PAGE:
Alaska's infant mortality rate for 2017 was 5.6 per 1,000 live births. Infant mortality rates for Alaska Native people have been higher than the Alaska average. After a period of steady declines in infant mortality culminating in 2010, there has been a recent increase in infant mortality in Alaska.

How Do We Compare With the U.S.?

In 2016, the U.S. rate of infant mortality stayed at 5.9 per 1,000 live births.^2^ In 2016, Alaska's infant mortality rate of 5.4 per 1,000 live births was ranked 14th among all states and was 8% lower than the national rate.^3^ Infant mortality rates have been declining in the U.S. and Alaska since 1990. Neonatal infant mortality (deaths at less than 28 days) in Alaska have generally been lower than the U.S. rate as a whole, while postneonatal deaths (deaths at 28 days to 1 year) have typically been higher in Alaska than the U.S. average.[[br]] [[br]] ---- {{class .SmallerFont 2. U.S. Centers for Disease Control and Prevention (CDC). Infant mortality rates by state, 2016. [https://www.cdc.gov/nchs/fastats/infant-health.htm]. Accessed August 28, 2018. 3. U.S. Centers for Disease Control and Prevention (CDC). Infant mortality rates by state, 2016. [http://www.cdc.gov/nchs/pressroom/sosmap/infant_mortality_rates/infant_mortality.htm]. Updated April 23, 2018. }}

What Is Being Done?

Health care providers and women can work together before and during pregnancy to address problems if they arise and improve women's chances for healthy outcomes. The State of Alaska established the Alaska Maternal and Child Death Review (MCDR) in 1989. The goal of MCDR is to reduce fetal, infant and maternal mortality in Alaska through a committee review process of all fetal, infant, and maternal death records.^4^ Alaska's Title V Maternal Child Health program addresses infant mortality through a variety of programs such as the Alaska Infant Safe Sleep Project that partner with birthing facilities to promote consistent and evidence-based infant safe sleep messages.^5^ See [https://mchb.tvisdata.hrsa.gov/Home/StateApplicationOrAnnualReport] [[br]] [[br]] ---- {{class .SmallerFont 4. Alaska Department of Health and Social Services. Alaska Maternal and Child Death Review (MCDR). [http://dhss.alaska.gov/dph/wcfh/Pages/mchepi/mcdr/default.axpx]. Accessed April 23, 2018. 5. Alaska Infant Safe Sleep Project. [http://dhss.alaska.gov/dph/wcfh/Pages/perinatal/safesleep.aspx]. Accessed April 24, 2018.}}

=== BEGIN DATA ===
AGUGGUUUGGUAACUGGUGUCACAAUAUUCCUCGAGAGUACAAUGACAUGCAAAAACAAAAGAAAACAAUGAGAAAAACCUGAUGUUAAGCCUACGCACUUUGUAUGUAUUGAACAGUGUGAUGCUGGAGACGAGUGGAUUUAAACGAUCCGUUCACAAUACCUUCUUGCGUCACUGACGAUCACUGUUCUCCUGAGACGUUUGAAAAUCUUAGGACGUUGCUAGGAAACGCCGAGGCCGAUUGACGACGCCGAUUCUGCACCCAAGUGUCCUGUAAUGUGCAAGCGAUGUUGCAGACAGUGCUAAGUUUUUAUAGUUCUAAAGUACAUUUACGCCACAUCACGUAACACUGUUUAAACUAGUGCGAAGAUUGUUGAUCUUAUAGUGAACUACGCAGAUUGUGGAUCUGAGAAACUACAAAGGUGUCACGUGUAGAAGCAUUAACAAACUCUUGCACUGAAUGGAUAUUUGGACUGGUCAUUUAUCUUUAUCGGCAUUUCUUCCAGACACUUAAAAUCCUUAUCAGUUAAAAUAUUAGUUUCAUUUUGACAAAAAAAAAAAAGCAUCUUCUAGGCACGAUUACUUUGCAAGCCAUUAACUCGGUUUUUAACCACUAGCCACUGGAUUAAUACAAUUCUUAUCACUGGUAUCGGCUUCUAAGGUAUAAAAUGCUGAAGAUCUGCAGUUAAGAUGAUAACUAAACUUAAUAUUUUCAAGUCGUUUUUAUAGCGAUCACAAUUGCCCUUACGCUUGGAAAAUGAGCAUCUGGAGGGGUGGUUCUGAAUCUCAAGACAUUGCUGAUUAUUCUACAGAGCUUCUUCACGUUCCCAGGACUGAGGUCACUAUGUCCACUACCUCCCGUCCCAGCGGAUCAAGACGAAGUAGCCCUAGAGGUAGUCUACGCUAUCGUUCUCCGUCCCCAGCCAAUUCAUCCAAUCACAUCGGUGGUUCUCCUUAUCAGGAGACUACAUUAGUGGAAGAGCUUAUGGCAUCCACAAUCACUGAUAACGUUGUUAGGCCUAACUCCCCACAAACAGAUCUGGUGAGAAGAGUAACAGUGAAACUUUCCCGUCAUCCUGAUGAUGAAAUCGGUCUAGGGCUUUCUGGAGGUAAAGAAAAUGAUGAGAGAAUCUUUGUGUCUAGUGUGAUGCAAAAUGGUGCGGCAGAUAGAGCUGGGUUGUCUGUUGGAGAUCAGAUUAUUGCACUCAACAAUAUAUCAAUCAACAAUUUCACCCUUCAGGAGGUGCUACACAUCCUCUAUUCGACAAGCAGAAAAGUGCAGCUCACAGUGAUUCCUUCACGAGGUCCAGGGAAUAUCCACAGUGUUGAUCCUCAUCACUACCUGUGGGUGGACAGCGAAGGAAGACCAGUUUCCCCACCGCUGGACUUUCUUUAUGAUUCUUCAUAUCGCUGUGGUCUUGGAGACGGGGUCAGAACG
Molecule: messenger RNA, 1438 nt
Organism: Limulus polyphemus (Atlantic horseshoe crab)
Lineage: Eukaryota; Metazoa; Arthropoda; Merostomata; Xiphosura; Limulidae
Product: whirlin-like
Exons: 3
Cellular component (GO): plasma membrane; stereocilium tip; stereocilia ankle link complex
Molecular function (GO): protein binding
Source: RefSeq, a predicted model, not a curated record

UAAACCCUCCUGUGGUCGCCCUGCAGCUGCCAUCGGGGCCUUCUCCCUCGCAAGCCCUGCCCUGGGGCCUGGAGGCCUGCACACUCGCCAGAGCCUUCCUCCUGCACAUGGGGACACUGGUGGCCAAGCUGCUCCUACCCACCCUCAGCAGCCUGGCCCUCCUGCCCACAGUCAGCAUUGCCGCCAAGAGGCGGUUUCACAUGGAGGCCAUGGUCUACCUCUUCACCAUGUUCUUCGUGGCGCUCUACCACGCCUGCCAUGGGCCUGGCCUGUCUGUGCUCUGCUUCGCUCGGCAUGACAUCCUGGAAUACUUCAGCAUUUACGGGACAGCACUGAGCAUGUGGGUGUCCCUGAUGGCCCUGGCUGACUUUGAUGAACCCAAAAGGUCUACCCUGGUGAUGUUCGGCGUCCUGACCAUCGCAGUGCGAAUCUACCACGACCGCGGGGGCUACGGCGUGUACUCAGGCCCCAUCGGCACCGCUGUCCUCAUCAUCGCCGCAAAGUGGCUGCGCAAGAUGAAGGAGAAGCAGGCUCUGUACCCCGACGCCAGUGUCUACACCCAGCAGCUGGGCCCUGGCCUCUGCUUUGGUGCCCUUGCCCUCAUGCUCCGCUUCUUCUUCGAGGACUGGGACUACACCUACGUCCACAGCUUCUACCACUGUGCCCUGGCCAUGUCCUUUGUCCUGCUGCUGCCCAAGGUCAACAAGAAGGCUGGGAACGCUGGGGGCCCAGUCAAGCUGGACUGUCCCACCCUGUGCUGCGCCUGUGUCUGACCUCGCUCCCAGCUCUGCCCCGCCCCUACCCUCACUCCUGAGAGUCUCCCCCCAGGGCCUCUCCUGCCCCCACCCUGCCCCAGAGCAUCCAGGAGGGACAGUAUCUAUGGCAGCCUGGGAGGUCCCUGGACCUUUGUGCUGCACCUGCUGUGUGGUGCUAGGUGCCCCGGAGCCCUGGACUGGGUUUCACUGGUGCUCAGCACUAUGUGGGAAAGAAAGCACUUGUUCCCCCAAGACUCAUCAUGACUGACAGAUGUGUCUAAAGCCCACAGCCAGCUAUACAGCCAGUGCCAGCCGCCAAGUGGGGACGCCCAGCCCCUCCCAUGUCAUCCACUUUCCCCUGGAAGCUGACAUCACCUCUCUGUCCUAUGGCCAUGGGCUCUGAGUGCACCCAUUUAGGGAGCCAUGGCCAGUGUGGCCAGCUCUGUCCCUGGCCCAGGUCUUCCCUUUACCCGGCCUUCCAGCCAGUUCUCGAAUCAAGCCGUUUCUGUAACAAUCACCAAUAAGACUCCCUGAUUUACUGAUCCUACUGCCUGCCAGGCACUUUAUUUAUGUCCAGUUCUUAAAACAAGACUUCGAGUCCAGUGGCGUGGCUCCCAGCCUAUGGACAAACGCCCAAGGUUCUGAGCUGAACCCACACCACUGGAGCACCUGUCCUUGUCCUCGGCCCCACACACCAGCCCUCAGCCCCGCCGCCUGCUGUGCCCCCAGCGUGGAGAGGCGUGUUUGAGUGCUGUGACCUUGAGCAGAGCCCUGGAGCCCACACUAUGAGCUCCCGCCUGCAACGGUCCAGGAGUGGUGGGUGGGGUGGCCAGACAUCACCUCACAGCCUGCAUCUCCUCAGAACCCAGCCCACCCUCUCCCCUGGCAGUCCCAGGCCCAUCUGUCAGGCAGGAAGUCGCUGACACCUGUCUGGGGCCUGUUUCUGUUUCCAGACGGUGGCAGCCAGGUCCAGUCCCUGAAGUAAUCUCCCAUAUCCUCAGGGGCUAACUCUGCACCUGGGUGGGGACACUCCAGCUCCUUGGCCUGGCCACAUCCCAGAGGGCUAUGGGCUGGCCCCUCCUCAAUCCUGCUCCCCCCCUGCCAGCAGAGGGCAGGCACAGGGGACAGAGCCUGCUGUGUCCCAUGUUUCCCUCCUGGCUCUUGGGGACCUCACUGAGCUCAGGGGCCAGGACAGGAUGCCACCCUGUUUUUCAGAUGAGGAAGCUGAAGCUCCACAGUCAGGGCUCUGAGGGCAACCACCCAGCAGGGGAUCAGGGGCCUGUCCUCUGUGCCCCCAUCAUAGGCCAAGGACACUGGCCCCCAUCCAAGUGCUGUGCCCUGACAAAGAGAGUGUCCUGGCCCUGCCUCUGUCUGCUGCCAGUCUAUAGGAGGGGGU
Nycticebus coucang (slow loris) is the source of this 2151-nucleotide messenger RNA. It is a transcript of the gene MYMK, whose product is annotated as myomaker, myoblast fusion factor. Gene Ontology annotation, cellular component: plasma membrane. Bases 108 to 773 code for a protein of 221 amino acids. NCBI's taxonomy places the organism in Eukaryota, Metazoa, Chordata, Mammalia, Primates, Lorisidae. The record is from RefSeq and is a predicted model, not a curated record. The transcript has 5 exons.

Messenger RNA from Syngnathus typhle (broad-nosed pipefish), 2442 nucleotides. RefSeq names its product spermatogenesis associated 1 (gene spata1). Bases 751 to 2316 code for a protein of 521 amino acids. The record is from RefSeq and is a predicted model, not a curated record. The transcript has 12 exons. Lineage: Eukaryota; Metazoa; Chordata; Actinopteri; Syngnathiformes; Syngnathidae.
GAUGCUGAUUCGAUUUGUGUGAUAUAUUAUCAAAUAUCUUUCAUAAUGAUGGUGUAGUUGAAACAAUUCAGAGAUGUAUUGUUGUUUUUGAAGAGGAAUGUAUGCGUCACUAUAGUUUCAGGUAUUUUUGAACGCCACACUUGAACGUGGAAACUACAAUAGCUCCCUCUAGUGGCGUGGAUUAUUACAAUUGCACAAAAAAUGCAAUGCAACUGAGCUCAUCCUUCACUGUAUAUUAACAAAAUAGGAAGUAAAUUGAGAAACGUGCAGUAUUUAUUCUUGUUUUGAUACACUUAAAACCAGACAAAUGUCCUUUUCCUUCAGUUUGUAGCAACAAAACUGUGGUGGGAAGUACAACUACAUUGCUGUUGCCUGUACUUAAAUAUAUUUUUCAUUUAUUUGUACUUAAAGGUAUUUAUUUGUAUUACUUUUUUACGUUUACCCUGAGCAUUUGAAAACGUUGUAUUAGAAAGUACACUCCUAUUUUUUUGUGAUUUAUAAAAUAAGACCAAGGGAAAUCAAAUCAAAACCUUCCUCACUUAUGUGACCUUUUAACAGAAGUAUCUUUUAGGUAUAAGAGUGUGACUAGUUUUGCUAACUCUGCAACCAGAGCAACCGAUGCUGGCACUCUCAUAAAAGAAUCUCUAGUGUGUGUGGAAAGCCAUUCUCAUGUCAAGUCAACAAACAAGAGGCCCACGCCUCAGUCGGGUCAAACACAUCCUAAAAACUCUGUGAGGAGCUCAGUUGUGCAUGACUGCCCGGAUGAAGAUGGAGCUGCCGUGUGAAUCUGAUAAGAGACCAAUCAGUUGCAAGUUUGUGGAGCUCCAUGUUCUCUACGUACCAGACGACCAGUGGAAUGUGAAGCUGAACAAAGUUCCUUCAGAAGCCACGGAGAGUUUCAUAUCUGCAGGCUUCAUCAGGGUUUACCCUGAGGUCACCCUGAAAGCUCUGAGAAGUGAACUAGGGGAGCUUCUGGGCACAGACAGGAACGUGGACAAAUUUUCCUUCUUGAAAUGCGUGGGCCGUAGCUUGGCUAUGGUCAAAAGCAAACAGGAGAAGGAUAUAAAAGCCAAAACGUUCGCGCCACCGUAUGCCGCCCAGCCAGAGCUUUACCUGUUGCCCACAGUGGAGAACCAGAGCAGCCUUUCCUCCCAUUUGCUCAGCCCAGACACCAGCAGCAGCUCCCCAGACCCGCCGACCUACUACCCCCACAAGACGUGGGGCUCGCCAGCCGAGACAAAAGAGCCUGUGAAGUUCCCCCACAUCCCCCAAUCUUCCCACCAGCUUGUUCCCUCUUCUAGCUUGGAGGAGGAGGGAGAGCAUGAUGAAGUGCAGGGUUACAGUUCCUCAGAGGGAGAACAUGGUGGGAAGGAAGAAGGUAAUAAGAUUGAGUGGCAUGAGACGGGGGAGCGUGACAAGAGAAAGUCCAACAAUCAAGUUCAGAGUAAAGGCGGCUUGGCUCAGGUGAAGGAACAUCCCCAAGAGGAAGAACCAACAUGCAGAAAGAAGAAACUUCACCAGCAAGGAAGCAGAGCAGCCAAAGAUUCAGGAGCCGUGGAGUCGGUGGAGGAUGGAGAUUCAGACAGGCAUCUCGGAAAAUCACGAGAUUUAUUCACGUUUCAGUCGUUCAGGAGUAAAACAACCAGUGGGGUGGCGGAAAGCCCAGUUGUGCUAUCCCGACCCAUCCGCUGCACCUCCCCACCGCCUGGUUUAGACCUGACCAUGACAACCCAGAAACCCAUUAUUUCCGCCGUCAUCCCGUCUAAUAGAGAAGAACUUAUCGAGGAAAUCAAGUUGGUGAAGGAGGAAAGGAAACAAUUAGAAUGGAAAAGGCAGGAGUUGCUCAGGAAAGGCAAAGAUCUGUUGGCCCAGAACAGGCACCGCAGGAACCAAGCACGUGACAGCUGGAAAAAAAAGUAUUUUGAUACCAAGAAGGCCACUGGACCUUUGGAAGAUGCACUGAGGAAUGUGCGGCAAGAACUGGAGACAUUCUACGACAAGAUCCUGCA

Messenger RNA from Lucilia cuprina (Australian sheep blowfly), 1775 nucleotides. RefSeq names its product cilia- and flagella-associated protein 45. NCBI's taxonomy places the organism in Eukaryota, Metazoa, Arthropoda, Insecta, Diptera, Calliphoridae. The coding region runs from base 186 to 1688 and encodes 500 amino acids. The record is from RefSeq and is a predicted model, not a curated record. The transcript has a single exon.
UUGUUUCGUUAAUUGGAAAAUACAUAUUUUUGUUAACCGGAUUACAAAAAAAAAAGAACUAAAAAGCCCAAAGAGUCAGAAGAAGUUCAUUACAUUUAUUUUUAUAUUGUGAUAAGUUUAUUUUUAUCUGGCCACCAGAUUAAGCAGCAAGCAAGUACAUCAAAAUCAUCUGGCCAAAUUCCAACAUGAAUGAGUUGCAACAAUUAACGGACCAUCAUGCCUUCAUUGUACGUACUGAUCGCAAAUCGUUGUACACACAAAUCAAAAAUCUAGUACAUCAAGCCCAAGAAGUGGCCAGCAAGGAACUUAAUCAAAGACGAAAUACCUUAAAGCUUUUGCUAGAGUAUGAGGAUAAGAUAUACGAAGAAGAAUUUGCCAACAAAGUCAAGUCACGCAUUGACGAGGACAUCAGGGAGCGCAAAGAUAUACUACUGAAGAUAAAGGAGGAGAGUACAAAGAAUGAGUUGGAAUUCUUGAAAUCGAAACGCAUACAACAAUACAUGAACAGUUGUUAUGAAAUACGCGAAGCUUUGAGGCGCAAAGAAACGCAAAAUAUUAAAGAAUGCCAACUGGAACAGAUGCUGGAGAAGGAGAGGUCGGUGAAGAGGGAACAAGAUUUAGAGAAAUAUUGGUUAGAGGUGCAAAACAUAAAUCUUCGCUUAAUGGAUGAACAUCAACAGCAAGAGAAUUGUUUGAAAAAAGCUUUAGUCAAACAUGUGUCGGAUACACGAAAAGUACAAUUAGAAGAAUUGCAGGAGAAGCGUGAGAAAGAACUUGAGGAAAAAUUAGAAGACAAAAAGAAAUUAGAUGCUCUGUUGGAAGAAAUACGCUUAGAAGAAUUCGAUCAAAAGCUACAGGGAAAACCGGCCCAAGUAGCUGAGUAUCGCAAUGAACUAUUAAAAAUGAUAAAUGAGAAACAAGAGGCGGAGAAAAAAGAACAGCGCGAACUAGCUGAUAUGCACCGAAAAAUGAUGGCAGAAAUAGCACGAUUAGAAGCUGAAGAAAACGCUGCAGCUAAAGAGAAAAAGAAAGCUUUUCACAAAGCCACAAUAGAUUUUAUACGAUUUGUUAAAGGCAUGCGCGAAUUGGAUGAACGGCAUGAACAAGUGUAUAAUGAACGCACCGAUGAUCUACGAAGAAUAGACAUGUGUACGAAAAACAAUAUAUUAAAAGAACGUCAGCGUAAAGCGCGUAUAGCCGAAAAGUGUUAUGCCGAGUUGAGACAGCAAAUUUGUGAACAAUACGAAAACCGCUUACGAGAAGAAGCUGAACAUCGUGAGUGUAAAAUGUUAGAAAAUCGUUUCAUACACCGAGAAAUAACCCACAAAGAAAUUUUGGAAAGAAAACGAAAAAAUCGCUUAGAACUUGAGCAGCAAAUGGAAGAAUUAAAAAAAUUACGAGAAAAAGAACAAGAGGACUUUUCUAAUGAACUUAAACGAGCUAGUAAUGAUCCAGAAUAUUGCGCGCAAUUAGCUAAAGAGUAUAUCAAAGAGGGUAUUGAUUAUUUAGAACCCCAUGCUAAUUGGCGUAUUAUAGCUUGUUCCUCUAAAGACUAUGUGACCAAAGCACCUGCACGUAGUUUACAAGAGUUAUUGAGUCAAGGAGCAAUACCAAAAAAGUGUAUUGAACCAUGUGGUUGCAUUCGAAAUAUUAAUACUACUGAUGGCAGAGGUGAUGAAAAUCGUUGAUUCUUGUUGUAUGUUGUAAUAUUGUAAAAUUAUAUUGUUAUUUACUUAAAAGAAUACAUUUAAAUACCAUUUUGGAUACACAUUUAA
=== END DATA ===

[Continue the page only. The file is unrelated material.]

Page Content Updated On 11/06/2018, Published on 11/07/2018
The information provided above is from the Alaska Department of Health and Social Services' Center for Health Data and Statistics, Alaska Indicator-Based Information System for Public Health (Ak-IBIS) web site (http://ibis.dhss.alaska.gov). The information published on this website may be reproduced without permission. Please use the following citation: " Retrieved Sun, 18 November 2018 from Alaska Department of Health and Social Services, Center for Health Data and Statistics, Alaska Indicator-Based Information System for Public Health web site: http://ibis.dhss.alaska.gov ".

Content updated: Wed, 7 Nov 2018 14:46:25 AKST
The information provided above is from the Alaska Department of Health and Social Services' Center for Health Data and Statistics AK-IBIS web site (http://ibis.dhss.alaska.gov/). The information published on this website may be reproduced without permission. Please use the following citation: " Retrieved Sun, 18 November 2018 18:10:47 from Alaska Department of Health and Social Services, Center for Health Data and Statistics, Indicator-Based Information System for Public Health Web site: http://ibis.dhss.alaska.gov/ ".

Content updated: Wed, 7 Nov 2018 14:46:25 AKST